The Birth of Architecture from the Spirit of Drama
“The Drama of Space”. Holger Kleine’s new book
–Text by Georg Windeck
An architectural experience unfolds when a building is explored room by room. The appearance of a space is established not only by its own features, but also by the other parts of the building that we have to pass through to get there.
Their colors, proportions, illumination may have been in stark contrast or complete agreement with our current visualization, hence emphasizing or suppressing particular aspects of its design. In the same terms, a room will continue to inform our senses as we move on to other places. This “succession of events that constitute dramatic experience” associates architecture with the artistic disciplines of music, theater, dance, and film. They all create a dialogue of meanings and tell a story along an aesthetically controlled timeline: drama in its broadest sense.
In his new book, The Drama of Space, the architect and musician Holger Kleine sets out to establish a comprehensive theory of dramatics for architectural design. Using photos, plans, and diagrams, he explores the means and methods with which builders can work as dramaturgists. The book is divided into four parts. In the first, Kleine introduces basic principles of spatial dramaturgy, using the Venetian Scuole Grande as examples.
The second part of the book analyzes dramaturgical models of the performing arts. Here he establishes a vocabulary, which he then uses in the discussion of contemporary “dramatic” architecture in the third part. In the fourth, Kleine concludes with typological design guidelines for creating a building as a compelling spatial drama.
The book is a discourse on how architecture has the capacity to be understood and redefined through the knowledge of other disciplines. According to the author, the work of an architect has similarities with that of a script writer, composer, movie director, or choreographer. Theater plays can for instance be understood as spatial geometries: Becket’s Waiting for Godot is a “construction of points” that simultaneously opposes and connects two figures in a confined space.
Aeschylus’ Agamemnon is on the other hand a “shaft”, whose depth gradually reveals the scandalous dimension of a past event. In similar terms, Kleine materializes musical genres as tangible forms: a Renaissance canon is a “cyclical arrangement of musical cells, diagonally interwoven;” and Wolfgang Amadeus Mozart’s Fantasia in D-Minor is a “structure built from uneven fragments.”
Just as Kleine architecturalizes the performing arts, his descriptions of actual buildings become melodic, cinematographic, and tragic: The Glasgow School of Art by Stephen Holl is a “brutalist symphony” in which the “remembered sound of construction” is tangible by sight and touch. In its abrupt “slicing together” of spatial bodies, the “obstinate noise” of its concrete stairs and landings is “muffled” by the pristine whiteness of its sleek wall finishes. The Lincoln Road Car Park in Miami by Herzog and de Meuron is a “ballet of pirouetting pillars.”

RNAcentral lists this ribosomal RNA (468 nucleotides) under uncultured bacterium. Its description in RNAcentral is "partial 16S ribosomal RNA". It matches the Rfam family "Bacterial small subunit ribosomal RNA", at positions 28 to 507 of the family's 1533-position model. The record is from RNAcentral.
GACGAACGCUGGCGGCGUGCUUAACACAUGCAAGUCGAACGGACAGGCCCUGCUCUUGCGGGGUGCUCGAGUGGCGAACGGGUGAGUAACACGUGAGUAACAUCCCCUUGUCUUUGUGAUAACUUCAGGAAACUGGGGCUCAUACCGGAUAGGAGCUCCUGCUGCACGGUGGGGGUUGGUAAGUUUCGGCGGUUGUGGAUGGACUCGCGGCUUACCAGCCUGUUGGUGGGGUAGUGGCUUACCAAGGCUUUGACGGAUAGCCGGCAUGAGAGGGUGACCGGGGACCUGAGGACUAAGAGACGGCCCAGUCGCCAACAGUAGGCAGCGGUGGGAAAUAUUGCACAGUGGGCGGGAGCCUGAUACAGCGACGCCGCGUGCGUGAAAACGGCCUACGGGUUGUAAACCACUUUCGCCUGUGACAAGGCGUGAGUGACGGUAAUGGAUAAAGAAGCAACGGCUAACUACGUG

They perform a pas de quatre in different acts of the performance, that is, on different decks of the garage. City and sky are the backdrop for a dynamic choreography of building structure and circulation. The Louvre Lens by SANAA is a motion picture, in which the cuts between scenes, that is, rooms, are blurred with glass and metal filters of varying transparencies and curvatures. The room-high glazing of the entry hall makes the surrounding landscape appear as a full-wall screening, and the absence of any sound intensifies the visual experience of the environs, “making the outdoor present in the indoors as a silent film.”
In his promenade dramaturgicale, Kleine does not categorize artistic references by the time of their creation. This makes us understand that the despair of an ancient tragedy can today be as disturbing as the anxiety of a contemporary Dogme 95 movie. And the melody of a medieval cantata can be as calming as the meditative sound of an electronic twelve-tone piece. The reader learns from this discussion that dramatic effects of architectural space are powerful beyond history and style. They emerge from a strong conceptual idea that “reveals itself gradually through senses and reflection”.
Using Kleine’s own terminology, we can think of his book as a fantasia, a beautiful arrangement of uneven fragments including captivating photos, diagrams and text, that does not follow a strict form. His discussion of the performing arts is inspiring in a visual way that lets us see architectures emerge from sound and play, and the discussion of built works makes us feel suspense and melodic delight. In this dramatic composition of ideas, joyful and dark experiences are equally important and complement each other.
Comical buildings are as meaningful as serious ones, like in the ancient Greek drama tragedies were always accompanied by satyr plays. This speaks to Kleine’s dramaturgical understanding of architecture. The essential importance is that they have a transformative effect on their visitor. A walk through a building can change us like the sound of an orchestra or the movement of a dancer.